The government warns that any alternative to the HS2 would lead to 14 years of rail disruption. Can London afford for HS2 to not go ahead?
Last month the UK government commissioned a fifth report on the HS2 rail project. The findings published in the research said that if the investment went in a different direction than the project designed to cut journey times between London, the Midlands and the North of England it would disrupt rail travel. Upgrading existing lines, like the East Coast, Midland and West Coast mainlines, as suggested by opponents to HS2, would lead to 14 years of weekend route closures and longer journeys.
The first planned phase of HS2 is London to Birmingham, the second to Manchester and Leeds. Cutting journey times to and from the capital is seen as an important commercial step for the UK. In the newly published report the benefit-cost ratio is £2.30 for every pound spent. Even though the estimated budget is £42.6bn, for now, the project is seen as vital to bring the UK’s transport infrastructure up to date, making it easier and quicker to travel around the country. Journey times to Birmingham are cut by 35 minutes, to Nottingham by 36 minutes, Sheffield by 46 minutes and Manchester by an hour.
There has been opposition because of the cost of the project, the disruption to travel while the work is on-going and the negative impact of house and property prices for those living along the proposed route but this latest report by Network Rail and Atkins is designed to allay those fears. While upgrading existing lines might seem like a more cost-effective idea, in fact this report suggests it will end up costing more money in time spent travelling and disruption in the long term.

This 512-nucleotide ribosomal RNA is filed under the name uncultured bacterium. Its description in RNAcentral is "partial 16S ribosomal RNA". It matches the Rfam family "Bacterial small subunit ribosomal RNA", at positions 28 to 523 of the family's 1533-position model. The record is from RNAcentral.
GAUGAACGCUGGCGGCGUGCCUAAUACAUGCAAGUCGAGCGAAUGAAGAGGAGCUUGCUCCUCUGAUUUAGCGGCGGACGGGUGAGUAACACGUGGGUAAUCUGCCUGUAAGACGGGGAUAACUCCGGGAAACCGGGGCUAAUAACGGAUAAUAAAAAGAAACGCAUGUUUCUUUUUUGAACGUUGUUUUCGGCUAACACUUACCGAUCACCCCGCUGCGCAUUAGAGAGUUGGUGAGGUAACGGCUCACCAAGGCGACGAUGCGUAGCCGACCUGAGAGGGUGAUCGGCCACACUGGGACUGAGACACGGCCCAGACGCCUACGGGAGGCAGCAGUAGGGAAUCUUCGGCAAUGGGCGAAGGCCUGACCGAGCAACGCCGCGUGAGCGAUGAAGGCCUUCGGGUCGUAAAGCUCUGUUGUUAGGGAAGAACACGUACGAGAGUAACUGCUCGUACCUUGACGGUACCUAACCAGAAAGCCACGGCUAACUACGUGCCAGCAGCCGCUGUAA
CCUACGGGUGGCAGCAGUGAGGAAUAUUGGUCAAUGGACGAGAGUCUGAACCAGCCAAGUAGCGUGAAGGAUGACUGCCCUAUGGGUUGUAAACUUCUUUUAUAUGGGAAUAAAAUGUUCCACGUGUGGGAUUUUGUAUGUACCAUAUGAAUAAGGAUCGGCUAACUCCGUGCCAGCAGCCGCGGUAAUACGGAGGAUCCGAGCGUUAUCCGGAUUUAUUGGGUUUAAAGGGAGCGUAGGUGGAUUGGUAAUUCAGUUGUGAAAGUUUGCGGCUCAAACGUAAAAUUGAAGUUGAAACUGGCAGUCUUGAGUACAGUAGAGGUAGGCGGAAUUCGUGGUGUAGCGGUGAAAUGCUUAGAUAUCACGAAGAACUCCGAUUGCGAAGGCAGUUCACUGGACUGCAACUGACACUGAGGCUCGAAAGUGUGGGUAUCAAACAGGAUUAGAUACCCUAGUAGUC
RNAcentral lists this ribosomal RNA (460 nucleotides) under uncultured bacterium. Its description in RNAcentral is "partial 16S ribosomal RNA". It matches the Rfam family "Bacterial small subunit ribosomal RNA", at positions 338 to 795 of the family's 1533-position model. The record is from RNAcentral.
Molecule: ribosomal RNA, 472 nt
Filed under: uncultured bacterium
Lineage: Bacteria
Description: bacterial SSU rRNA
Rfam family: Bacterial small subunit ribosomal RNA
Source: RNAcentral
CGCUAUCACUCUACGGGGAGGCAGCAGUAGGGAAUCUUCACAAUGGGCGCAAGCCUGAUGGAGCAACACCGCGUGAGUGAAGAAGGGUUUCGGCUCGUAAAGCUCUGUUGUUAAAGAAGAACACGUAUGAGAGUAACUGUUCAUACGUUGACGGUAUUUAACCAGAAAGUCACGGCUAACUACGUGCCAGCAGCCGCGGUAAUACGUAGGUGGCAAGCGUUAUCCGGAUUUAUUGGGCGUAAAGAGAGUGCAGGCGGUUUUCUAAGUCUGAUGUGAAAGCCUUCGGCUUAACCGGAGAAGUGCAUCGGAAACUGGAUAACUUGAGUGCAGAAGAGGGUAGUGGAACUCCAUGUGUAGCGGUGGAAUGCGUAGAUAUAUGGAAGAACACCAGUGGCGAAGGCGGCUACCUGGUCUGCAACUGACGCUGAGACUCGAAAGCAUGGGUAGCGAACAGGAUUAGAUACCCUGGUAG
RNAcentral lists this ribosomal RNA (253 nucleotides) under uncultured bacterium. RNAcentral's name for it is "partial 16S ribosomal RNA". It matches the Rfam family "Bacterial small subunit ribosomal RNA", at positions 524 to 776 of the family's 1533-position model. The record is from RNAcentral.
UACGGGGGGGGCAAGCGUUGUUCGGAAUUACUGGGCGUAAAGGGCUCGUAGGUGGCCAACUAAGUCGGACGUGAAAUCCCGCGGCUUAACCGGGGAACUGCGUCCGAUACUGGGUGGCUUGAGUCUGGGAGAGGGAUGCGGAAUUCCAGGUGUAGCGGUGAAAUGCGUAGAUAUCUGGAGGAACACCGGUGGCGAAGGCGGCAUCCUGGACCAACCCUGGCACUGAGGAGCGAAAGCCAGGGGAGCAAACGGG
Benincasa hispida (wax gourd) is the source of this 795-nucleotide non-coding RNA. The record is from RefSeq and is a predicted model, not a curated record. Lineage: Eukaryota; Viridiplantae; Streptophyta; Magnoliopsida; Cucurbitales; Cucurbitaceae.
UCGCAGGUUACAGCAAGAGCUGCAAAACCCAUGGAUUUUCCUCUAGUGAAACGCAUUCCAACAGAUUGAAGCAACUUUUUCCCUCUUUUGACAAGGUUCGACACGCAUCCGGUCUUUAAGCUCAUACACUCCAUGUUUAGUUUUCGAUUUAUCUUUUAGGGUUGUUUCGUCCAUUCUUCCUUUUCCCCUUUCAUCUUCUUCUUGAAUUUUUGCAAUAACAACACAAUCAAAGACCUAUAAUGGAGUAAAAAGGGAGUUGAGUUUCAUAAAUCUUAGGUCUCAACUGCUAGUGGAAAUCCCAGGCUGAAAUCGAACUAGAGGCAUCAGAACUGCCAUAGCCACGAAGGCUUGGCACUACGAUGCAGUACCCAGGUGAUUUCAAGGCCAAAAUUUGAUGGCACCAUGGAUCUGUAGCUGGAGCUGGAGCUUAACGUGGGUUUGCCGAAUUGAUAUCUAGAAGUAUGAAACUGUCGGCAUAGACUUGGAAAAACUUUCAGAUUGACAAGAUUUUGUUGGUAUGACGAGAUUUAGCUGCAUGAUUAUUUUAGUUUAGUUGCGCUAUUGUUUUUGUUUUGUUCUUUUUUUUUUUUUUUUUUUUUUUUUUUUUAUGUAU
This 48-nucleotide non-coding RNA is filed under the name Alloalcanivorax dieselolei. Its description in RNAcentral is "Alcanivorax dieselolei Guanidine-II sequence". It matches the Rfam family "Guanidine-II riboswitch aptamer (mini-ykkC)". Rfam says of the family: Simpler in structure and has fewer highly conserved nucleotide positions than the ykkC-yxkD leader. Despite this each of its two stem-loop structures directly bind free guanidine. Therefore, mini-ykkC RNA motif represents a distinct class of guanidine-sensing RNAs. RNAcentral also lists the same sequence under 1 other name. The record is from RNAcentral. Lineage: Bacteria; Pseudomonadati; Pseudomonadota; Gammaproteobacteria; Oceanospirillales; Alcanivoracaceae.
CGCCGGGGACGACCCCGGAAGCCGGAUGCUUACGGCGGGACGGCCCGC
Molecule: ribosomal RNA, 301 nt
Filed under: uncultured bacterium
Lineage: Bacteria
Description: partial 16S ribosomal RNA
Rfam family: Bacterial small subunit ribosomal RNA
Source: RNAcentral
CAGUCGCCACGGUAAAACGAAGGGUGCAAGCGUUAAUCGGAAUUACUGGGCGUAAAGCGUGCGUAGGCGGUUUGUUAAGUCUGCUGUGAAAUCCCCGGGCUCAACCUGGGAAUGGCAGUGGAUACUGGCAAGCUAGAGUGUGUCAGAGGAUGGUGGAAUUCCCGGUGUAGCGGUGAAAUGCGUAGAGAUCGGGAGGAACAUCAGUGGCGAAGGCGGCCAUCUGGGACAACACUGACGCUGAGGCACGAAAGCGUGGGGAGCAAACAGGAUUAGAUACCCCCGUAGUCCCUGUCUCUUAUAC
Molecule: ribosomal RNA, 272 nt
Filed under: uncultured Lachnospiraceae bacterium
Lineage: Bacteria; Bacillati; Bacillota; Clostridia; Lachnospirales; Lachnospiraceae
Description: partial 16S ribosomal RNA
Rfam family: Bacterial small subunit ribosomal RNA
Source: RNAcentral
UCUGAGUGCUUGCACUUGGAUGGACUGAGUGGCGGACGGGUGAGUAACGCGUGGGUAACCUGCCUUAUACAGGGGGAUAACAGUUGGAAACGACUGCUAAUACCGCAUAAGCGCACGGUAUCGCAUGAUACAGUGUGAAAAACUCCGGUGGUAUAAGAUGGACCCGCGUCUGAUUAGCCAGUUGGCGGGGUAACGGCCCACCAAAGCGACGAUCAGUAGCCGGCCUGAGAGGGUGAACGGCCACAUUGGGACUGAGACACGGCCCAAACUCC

Having supported business travellers looking for extended stay accommodation in London for 25 years, Clarendon serviced apartments has seen the growing need for investment to improve transport in and out of the capital. The UK’s infrastructure is out of date and if the country is to globally compete for jobs and the businesses then it needs to have the finest infrastructure it can to compete with its European cousins. HS2 is designed to make travel in and out of the capital easier. For firms in the North and the Midlands, improved and quicker travel to London makes it more cost-effective for them to do business in the capital, opening new avenues of commerce and helping them to grow. It fosters partnerships and makes the business community in one of the most significant commercial capitals of the world more accessible to a growing number of small and medium sized firms.
HS2 is a boon for the North and the Midlands but it is also vital for London. As property becomes more expensive in the capital there is a fear that younger and creative professionals will be encouraged to move out of the capital and work elsewhere. If that were the case then improving transport links in and out of London so that the capital could still benefit from their entrepreneurialism and creativity would be vital. The whole of the UK would benefit from HS2 and it would be a welcome boost for business.